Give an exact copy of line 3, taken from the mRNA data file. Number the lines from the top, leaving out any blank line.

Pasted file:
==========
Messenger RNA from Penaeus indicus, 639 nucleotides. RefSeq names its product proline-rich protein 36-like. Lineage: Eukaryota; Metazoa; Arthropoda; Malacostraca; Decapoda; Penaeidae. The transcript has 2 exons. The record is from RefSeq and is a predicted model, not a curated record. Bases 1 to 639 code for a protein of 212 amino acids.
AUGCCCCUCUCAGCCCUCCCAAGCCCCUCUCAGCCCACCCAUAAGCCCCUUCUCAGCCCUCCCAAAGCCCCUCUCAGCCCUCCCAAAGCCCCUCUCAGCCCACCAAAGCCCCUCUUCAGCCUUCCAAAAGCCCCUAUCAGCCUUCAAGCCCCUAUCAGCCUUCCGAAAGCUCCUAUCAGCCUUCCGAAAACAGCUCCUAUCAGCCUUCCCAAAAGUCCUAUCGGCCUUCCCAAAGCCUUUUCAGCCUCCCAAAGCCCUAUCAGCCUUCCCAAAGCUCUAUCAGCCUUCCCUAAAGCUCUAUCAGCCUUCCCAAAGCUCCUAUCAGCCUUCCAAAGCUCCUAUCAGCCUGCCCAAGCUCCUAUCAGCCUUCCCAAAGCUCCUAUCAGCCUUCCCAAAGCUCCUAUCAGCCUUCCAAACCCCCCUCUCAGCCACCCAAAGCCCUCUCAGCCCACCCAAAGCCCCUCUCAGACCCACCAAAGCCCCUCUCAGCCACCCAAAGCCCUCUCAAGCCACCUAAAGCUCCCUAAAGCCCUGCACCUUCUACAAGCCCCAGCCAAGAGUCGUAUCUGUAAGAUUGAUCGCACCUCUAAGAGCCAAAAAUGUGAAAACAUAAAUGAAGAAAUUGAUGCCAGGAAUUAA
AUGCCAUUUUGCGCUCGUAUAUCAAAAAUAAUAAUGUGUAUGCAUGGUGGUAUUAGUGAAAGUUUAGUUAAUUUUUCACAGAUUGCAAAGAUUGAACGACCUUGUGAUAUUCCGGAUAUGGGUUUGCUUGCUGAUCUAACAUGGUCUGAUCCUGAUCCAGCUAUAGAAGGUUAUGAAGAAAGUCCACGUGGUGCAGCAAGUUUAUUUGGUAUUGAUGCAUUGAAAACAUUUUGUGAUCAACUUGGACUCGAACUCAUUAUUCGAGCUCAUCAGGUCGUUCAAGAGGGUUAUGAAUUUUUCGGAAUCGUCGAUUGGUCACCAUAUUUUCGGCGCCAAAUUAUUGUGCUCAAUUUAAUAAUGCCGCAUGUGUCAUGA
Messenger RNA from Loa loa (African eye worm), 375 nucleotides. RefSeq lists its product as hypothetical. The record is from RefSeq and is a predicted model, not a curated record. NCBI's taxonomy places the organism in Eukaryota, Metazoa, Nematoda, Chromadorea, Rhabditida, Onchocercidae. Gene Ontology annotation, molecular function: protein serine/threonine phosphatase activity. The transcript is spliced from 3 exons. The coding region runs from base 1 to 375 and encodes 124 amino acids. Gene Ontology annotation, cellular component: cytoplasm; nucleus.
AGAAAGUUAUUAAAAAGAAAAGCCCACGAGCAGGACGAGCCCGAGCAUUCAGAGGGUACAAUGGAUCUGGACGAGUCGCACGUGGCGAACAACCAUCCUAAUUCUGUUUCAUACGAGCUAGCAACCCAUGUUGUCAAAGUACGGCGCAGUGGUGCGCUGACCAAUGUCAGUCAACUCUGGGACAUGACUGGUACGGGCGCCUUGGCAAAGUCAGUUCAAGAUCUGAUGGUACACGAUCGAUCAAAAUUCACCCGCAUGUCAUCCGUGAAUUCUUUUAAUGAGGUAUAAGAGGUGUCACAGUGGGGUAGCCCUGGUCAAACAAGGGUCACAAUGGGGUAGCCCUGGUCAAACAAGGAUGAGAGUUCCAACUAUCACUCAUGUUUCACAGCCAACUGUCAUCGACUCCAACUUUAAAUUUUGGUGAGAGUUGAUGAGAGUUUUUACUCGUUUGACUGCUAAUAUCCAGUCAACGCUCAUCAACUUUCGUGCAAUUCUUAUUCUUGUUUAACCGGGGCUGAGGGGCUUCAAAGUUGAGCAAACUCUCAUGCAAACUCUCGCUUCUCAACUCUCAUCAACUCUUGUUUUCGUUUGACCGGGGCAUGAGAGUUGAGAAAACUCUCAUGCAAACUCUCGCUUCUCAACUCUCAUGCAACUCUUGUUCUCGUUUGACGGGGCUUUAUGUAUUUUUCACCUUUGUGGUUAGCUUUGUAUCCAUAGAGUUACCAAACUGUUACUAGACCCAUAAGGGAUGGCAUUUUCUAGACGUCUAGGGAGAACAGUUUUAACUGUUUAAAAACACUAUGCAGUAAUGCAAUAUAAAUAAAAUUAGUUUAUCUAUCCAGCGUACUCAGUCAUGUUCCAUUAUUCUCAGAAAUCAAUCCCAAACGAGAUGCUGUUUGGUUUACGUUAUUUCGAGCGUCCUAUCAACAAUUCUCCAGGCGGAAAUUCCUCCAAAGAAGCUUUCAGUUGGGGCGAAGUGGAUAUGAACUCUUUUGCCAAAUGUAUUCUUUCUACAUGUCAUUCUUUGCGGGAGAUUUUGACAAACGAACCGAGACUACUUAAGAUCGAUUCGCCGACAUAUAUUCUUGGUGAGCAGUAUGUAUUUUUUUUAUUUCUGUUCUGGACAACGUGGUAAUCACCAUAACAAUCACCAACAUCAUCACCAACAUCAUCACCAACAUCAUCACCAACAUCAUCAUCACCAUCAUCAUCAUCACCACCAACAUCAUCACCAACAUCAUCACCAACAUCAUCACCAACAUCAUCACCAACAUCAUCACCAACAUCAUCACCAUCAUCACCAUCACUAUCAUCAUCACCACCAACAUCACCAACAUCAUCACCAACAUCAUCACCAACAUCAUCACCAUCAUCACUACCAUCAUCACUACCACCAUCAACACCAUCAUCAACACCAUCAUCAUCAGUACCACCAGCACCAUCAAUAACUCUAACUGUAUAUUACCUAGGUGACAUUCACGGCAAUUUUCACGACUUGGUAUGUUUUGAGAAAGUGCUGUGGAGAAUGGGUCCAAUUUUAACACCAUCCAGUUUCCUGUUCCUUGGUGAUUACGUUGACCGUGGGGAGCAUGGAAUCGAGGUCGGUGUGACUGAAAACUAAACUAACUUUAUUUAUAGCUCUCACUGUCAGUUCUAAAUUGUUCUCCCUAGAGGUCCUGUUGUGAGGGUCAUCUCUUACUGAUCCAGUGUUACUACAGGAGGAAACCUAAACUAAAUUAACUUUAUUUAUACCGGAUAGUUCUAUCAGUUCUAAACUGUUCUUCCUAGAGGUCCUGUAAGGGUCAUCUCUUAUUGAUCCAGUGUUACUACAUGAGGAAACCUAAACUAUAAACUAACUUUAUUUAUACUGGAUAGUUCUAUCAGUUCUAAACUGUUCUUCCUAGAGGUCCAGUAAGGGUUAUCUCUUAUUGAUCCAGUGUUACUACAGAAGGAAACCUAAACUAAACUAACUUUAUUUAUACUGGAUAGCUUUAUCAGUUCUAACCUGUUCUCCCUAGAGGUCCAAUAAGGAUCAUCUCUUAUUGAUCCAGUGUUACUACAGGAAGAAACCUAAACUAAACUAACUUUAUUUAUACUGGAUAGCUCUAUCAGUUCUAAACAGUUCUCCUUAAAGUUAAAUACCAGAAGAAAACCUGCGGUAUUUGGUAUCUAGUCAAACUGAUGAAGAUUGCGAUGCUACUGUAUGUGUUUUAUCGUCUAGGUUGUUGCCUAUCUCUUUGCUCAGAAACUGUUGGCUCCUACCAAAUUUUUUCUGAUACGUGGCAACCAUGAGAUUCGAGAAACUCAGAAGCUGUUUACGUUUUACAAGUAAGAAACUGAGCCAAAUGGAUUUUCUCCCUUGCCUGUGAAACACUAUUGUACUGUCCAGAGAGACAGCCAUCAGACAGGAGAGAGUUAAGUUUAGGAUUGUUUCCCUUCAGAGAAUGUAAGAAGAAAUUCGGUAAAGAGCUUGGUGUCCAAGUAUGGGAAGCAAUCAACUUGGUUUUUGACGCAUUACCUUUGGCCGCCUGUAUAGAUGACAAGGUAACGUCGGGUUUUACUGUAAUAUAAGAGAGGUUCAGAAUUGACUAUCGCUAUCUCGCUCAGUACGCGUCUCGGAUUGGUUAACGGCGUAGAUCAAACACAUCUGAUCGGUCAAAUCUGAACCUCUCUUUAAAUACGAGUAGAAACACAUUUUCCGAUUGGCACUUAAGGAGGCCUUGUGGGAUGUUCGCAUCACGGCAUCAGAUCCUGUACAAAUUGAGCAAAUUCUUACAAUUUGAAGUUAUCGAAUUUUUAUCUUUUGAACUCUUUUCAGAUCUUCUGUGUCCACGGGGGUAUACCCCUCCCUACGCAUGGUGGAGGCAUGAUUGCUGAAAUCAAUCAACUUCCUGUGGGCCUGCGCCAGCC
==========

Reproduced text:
AUGCCAUUUUGCGCUCGUAUAUCAAAAAUAAUAAUGUGUAUGCAUGGUGGUAUUAGUGAAAGUUUAGUUAAUUUUUCACAGAUUGCAAAGAUUGAACGACCUUGUGAUAUUCCGGAUAUGGGUUUGCUUGCUGAUCUAACAUGGUCUGAUCCUGAUCCAGCUAUAGAAGGUUAUGAAGAAAGUCCACGUGGUGCAGCAAGUUUAUUUGGUAUUGAUGCAUUGAAAACAUUUUGUGAUCAACUUGGACUCGAACUCAUUAUUCGAGCUCAUCAGGUCGUUCAAGAGGGUUAUGAAUUUUUCGGAAUCGUCGAUUGGUCACCAUAUUUUCGGCGCCAAAUUAUUGUGCUCAAUUUAAUAAUGCCGCAUGUGUCAUGA